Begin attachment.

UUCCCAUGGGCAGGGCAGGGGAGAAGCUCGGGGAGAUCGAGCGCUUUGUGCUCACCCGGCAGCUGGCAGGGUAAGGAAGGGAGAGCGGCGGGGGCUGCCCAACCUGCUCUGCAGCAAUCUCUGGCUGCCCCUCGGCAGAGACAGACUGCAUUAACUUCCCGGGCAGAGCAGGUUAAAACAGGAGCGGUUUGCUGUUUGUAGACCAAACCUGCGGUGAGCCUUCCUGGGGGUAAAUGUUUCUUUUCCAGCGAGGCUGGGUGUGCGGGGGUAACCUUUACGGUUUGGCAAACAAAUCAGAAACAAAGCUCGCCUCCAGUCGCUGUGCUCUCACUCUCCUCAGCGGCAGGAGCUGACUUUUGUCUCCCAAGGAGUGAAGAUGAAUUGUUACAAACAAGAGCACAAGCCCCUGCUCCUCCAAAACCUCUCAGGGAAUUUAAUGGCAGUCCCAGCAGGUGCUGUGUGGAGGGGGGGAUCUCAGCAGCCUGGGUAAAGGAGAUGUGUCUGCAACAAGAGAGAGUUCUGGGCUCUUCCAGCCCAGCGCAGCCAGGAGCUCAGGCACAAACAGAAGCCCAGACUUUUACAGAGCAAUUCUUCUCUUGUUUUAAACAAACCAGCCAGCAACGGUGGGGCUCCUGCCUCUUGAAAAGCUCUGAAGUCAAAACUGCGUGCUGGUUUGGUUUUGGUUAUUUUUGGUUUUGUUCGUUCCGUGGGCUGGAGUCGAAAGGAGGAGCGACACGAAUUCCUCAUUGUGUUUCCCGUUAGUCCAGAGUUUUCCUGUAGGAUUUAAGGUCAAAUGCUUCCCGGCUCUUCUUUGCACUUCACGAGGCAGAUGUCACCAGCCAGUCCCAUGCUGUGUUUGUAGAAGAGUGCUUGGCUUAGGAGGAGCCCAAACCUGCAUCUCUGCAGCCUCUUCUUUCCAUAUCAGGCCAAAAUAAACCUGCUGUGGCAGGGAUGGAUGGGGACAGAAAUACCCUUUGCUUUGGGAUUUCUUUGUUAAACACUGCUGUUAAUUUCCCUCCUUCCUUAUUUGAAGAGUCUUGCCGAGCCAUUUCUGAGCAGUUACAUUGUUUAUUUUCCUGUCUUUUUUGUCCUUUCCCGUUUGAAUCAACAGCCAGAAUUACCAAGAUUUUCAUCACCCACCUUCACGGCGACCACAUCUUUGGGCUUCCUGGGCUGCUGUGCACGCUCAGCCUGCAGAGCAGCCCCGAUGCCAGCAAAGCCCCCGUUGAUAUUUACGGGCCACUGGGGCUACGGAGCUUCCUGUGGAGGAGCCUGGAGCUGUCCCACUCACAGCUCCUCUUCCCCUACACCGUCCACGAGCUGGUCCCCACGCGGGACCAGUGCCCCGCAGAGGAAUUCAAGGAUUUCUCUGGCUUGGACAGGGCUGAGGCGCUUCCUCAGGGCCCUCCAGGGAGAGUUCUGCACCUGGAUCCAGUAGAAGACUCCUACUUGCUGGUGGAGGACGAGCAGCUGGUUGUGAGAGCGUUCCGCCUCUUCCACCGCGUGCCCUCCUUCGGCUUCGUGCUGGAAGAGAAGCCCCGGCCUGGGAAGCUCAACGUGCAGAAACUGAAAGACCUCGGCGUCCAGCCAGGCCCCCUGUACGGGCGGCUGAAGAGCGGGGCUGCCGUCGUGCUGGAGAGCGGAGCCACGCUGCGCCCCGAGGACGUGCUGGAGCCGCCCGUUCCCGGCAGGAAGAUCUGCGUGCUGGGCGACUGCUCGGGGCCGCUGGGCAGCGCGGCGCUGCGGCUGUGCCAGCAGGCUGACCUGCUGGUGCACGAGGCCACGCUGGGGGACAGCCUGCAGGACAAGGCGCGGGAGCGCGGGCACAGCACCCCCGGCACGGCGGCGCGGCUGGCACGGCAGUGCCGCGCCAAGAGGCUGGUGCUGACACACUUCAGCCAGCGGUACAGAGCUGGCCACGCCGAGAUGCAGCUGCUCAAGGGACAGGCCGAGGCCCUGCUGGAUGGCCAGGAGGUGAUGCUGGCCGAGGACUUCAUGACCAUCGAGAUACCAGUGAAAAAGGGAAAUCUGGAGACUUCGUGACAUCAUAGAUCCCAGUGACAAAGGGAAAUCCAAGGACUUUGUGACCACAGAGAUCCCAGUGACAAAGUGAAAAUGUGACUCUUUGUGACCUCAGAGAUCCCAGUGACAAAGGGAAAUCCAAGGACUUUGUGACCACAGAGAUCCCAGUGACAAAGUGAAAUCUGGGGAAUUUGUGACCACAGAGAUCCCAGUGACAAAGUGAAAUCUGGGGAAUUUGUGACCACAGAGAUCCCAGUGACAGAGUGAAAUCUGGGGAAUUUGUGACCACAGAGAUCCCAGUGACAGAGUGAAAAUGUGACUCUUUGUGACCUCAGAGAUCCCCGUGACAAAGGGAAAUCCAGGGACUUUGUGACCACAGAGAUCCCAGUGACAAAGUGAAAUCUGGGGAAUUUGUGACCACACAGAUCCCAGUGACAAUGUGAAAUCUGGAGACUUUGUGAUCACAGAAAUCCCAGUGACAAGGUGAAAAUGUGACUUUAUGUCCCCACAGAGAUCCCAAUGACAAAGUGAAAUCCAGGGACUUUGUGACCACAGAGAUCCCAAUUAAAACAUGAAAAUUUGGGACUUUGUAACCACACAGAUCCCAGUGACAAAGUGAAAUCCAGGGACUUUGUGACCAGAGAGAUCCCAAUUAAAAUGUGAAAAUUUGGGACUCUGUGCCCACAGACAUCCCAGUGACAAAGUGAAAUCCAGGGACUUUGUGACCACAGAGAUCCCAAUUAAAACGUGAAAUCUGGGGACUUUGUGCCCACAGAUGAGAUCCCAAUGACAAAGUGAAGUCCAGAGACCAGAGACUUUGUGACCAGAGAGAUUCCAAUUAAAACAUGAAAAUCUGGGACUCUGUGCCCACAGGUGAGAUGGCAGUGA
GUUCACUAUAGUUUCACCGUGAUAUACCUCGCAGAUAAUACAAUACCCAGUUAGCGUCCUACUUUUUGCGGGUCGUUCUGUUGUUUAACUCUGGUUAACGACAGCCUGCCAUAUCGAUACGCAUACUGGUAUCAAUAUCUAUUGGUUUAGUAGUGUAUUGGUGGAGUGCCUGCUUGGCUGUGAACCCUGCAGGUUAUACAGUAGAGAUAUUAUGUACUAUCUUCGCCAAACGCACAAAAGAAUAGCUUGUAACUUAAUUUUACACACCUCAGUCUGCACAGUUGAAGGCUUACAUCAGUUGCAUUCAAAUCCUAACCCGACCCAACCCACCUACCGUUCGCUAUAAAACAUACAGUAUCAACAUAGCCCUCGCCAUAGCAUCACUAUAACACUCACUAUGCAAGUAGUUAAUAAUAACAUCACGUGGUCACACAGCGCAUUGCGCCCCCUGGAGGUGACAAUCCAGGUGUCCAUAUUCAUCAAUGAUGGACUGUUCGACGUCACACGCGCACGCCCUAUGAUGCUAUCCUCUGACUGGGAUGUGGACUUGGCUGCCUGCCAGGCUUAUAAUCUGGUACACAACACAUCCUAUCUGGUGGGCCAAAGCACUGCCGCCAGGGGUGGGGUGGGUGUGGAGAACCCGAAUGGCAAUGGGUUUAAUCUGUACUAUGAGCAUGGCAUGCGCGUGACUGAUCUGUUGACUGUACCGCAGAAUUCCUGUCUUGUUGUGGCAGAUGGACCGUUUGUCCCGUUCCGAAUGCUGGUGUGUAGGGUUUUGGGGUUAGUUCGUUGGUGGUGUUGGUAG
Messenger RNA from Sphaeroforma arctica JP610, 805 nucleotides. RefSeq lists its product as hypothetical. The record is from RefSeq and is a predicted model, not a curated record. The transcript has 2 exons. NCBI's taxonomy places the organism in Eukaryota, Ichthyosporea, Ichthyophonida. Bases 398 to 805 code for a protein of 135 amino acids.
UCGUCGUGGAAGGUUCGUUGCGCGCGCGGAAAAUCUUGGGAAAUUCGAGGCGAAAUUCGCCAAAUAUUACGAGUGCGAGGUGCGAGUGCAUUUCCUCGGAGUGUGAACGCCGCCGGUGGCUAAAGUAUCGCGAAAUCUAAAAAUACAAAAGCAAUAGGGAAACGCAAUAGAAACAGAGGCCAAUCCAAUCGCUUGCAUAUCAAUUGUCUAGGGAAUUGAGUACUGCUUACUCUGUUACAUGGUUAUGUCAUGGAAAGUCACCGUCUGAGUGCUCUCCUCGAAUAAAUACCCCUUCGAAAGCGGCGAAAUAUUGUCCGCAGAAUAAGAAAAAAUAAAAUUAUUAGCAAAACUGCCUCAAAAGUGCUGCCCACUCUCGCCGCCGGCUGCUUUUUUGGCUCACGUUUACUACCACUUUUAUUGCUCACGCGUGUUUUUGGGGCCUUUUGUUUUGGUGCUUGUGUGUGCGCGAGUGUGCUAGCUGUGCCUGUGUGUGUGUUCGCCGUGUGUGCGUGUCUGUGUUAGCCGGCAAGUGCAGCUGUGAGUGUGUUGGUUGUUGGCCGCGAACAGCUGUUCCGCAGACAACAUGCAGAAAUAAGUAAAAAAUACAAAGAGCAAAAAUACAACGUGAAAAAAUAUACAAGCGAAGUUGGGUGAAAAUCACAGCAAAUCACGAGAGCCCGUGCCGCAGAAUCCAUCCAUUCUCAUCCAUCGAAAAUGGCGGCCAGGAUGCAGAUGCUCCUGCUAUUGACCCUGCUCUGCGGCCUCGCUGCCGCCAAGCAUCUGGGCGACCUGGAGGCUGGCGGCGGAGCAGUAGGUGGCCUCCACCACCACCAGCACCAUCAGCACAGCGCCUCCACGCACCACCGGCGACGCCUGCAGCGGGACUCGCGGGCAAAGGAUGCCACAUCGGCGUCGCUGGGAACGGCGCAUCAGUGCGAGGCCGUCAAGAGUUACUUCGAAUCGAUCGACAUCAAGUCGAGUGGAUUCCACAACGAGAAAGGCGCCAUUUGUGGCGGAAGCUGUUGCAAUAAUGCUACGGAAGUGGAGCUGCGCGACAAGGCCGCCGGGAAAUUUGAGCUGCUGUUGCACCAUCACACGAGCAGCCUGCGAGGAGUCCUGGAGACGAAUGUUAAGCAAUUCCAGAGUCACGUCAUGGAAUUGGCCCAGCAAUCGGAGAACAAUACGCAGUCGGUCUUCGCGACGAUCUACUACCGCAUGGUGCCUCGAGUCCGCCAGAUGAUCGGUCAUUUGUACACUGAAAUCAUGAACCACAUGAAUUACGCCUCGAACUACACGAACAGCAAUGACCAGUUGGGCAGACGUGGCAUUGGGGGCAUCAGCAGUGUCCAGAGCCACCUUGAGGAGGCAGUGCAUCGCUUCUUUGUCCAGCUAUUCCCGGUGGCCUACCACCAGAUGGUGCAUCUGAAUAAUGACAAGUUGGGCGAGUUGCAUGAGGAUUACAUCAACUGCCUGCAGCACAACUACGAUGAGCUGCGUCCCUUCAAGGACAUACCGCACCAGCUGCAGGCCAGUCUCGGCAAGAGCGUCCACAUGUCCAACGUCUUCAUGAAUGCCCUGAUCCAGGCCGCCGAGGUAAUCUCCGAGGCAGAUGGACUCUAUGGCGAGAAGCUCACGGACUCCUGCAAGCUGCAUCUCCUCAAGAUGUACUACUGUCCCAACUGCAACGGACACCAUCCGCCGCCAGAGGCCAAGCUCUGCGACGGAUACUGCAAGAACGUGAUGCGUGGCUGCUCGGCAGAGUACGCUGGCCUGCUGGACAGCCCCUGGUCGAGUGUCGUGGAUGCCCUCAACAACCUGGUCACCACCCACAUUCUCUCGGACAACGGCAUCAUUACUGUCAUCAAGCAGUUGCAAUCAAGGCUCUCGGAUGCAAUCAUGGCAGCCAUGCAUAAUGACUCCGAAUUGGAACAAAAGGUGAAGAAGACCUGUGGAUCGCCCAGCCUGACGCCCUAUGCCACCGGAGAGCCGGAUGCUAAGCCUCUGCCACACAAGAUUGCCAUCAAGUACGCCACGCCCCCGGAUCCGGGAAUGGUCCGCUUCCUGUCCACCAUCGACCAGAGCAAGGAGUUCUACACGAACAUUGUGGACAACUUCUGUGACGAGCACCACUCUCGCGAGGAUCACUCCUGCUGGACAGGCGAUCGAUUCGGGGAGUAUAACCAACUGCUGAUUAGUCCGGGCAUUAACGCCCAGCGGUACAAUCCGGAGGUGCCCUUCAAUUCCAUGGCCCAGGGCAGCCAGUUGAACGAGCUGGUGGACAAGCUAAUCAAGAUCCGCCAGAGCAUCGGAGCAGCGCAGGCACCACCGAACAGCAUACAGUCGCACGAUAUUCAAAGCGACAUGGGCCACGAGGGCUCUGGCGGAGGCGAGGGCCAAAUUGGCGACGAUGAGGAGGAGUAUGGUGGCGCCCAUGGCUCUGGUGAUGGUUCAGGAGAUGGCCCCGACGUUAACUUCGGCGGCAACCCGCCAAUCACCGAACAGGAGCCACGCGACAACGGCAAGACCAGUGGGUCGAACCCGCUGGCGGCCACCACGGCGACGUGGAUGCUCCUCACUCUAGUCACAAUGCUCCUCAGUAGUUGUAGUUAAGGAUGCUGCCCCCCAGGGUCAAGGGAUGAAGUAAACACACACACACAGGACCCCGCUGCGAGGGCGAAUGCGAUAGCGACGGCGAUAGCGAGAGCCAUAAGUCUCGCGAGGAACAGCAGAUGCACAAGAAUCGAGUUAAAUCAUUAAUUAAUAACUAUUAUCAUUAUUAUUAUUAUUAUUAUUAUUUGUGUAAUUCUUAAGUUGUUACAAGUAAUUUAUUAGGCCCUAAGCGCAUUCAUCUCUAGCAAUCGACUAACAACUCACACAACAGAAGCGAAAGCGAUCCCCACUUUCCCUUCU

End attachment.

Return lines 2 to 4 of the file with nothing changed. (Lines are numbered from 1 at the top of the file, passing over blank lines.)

GUUCACUAUAGUUUCACCGUGAUAUACCUCGCAGAUAAUACAAUACCCAGUUAGCGUCCUACUUUUUGCGGGUCGUUCUGUUGUUUAACUCUGGUUAACGACAGCCUGCCAUAUCGAUACGCAUACUGGUAUCAAUAUCUAUUGGUUUAGUAGUGUAUUGGUGGAGUGCCUGCUUGGCUGUGAACCCUGCAGGUUAUACAGUAGAGAUAUUAUGUACUAUCUUCGCCAAACGCACAAAAGAAUAGCUUGUAACUUAAUUUUACACACCUCAGUCUGCACAGUUGAAGGCUUACAUCAGUUGCAUUCAAAUCCUAACCCGACCCAACCCACCUACCGUUCGCUAUAAAACAUACAGUAUCAACAUAGCCCUCGCCAUAGCAUCACUAUAACACUCACUAUGCAAGUAGUUAAUAAUAACAUCACGUGGUCACACAGCGCAUUGCGCCCCCUGGAGGUGACAAUCCAGGUGUCCAUAUUCAUCAAUGAUGGACUGUUCGACGUCACACGCGCACGCCCUAUGAUGCUAUCCUCUGACUGGGAUGUGGACUUGGCUGCCUGCCAGGCUUAUAAUCUGGUACACAACACAUCCUAUCUGGUGGGCCAAAGCACUGCCGCCAGGGGUGGGGUGGGUGUGGAGAACCCGAAUGGCAAUGGGUUUAAUCUGUACUAUGAGCAUGGCAUGCGCGUGACUGAUCUGUUGACUGUACCGCAGAAUUCCUGUCUUGUUGUGGCAGAUGGACCGUUUGUCCCGUUCCGAAUGCUGGUGUGUAGGGUUUUGGGGUUAGUUCGUUGGUGGUGUUGGUAG
Messenger RNA from Sphaeroforma arctica JP610, 805 nucleotides. RefSeq lists its product as hypothetical. The record is from RefSeq and is a predicted model, not a curated record. The transcript has 2 exons. NCBI's taxonomy places the organism in Eukaryota, Ichthyosporea, Ichthyophonida. Bases 398 to 805 code for a protein of 135 amino acids.
UCGUCGUGGAAGGUUCGUUGCGCGCGCGGAAAAUCUUGGGAAAUUCGAGGCGAAAUUCGCCAAAUAUUACGAGUGCGAGGUGCGAGUGCAUUUCCUCGGAGUGUGAACGCCGCCGGUGGCUAAAGUAUCGCGAAAUCUAAAAAUACAAAAGCAAUAGGGAAACGCAAUAGAAACAGAGGCCAAUCCAAUCGCUUGCAUAUCAAUUGUCUAGGGAAUUGAGUACUGCUUACUCUGUUACAUGGUUAUGUCAUGGAAAGUCACCGUCUGAGUGCUCUCCUCGAAUAAAUACCCCUUCGAAAGCGGCGAAAUAUUGUCCGCAGAAUAAGAAAAAAUAAAAUUAUUAGCAAAACUGCCUCAAAAGUGCUGCCCACUCUCGCCGCCGGCUGCUUUUUUGGCUCACGUUUACUACCACUUUUAUUGCUCACGCGUGUUUUUGGGGCCUUUUGUUUUGGUGCUUGUGUGUGCGCGAGUGUGCUAGCUGUGCCUGUGUGUGUGUUCGCCGUGUGUGCGUGUCUGUGUUAGCCGGCAAGUGCAGCUGUGAGUGUGUUGGUUGUUGGCCGCGAACAGCUGUUCCGCAGACAACAUGCAGAAAUAAGUAAAAAAUACAAAGAGCAAAAAUACAACGUGAAAAAAUAUACAAGCGAAGUUGGGUGAAAAUCACAGCAAAUCACGAGAGCCCGUGCCGCAGAAUCCAUCCAUUCUCAUCCAUCGAAAAUGGCGGCCAGGAUGCAGAUGCUCCUGCUAUUGACCCUGCUCUGCGGCCUCGCUGCCGCCAAGCAUCUGGGCGACCUGGAGGCUGGCGGCGGAGCAGUAGGUGGCCUCCACCACCACCAGCACCAUCAGCACAGCGCCUCCACGCACCACCGGCGACGCCUGCAGCGGGACUCGCGGGCAAAGGAUGCCACAUCGGCGUCGCUGGGAACGGCGCAUCAGUGCGAGGCCGUCAAGAGUUACUUCGAAUCGAUCGACAUCAAGUCGAGUGGAUUCCACAACGAGAAAGGCGCCAUUUGUGGCGGAAGCUGUUGCAAUAAUGCUACGGAAGUGGAGCUGCGCGACAAGGCCGCCGGGAAAUUUGAGCUGCUGUUGCACCAUCACACGAGCAGCCUGCGAGGAGUCCUGGAGACGAAUGUUAAGCAAUUCCAGAGUCACGUCAUGGAAUUGGCCCAGCAAUCGGAGAACAAUACGCAGUCGGUCUUCGCGACGAUCUACUACCGCAUGGUGCCUCGAGUCCGCCAGAUGAUCGGUCAUUUGUACACUGAAAUCAUGAACCACAUGAAUUACGCCUCGAACUACACGAACAGCAAUGACCAGUUGGGCAGACGUGGCAUUGGGGGCAUCAGCAGUGUCCAGAGCCACCUUGAGGAGGCAGUGCAUCGCUUCUUUGUCCAGCUAUUCCCGGUGGCCUACCACCAGAUGGUGCAUCUGAAUAAUGACAAGUUGGGCGAGUUGCAUGAGGAUUACAUCAACUGCCUGCAGCACAACUACGAUGAGCUGCGUCCCUUCAAGGACAUACCGCACCAGCUGCAGGCCAGUCUCGGCAAGAGCGUCCACAUGUCCAACGUCUUCAUGAAUGCCCUGAUCCAGGCCGCCGAGGUAAUCUCCGAGGCAGAUGGACUCUAUGGCGAGAAGCUCACGGACUCCUGCAAGCUGCAUCUCCUCAAGAUGUACUACUGUCCCAACUGCAACGGACACCAUCCGCCGCCAGAGGCCAAGCUCUGCGACGGAUACUGCAAGAACGUGAUGCGUGGCUGCUCGGCAGAGUACGCUGGCCUGCUGGACAGCCCCUGGUCGAGUGUCGUGGAUGCCCUCAACAACCUGGUCACCACCCACAUUCUCUCGGACAACGGCAUCAUUACUGUCAUCAAGCAGUUGCAAUCAAGGCUCUCGGAUGCAAUCAUGGCAGCCAUGCAUAAUGACUCCGAAUUGGAACAAAAGGUGAAGAAGACCUGUGGAUCGCCCAGCCUGACGCCCUAUGCCACCGGAGAGCCGGAUGCUAAGCCUCUGCCACACAAGAUUGCCAUCAAGUACGCCACGCCCCCGGAUCCGGGAAUGGUCCGCUUCCUGUCCACCAUCGACCAGAGCAAGGAGUUCUACACGAACAUUGUGGACAACUUCUGUGACGAGCACCACUCUCGCGAGGAUCACUCCUGCUGGACAGGCGAUCGAUUCGGGGAGUAUAACCAACUGCUGAUUAGUCCGGGCAUUAACGCCCAGCGGUACAAUCCGGAGGUGCCCUUCAAUUCCAUGGCCCAGGGCAGCCAGUUGAACGAGCUGGUGGACAAGCUAAUCAAGAUCCGCCAGAGCAUCGGAGCAGCGCAGGCACCACCGAACAGCAUACAGUCGCACGAUAUUCAAAGCGACAUGGGCCACGAGGGCUCUGGCGGAGGCGAGGGCCAAAUUGGCGACGAUGAGGAGGAGUAUGGUGGCGCCCAUGGCUCUGGUGAUGGUUCAGGAGAUGGCCCCGACGUUAACUUCGGCGGCAACCCGCCAAUCACCGAACAGGAGCCACGCGACAACGGCAAGACCAGUGGGUCGAACCCGCUGGCGGCCACCACGGCGACGUGGAUGCUCCUCACUCUAGUCACAAUGCUCCUCAGUAGUUGUAGUUAAGGAUGCUGCCCCCCAGGGUCAAGGGAUGAAGUAAACACACACACACAGGACCCCGCUGCGAGGGCGAAUGCGAUAGCGACGGCGAUAGCGAGAGCCAUAAGUCUCGCGAGGAACAGCAGAUGCACAAGAAUCGAGUUAAAUCAUUAAUUAAUAACUAUUAUCAUUAUUAUUAUUAUUAUUAUUAUUUGUGUAAUUCUUAAGUUGUUACAAGUAAUUUAUUAGGCCCUAAGCGCAUUCAUCUCUAGCAAUCGACUAACAACUCACACAACAGAAGCGAAAGCGAUCCCCACUUUCCCUUCU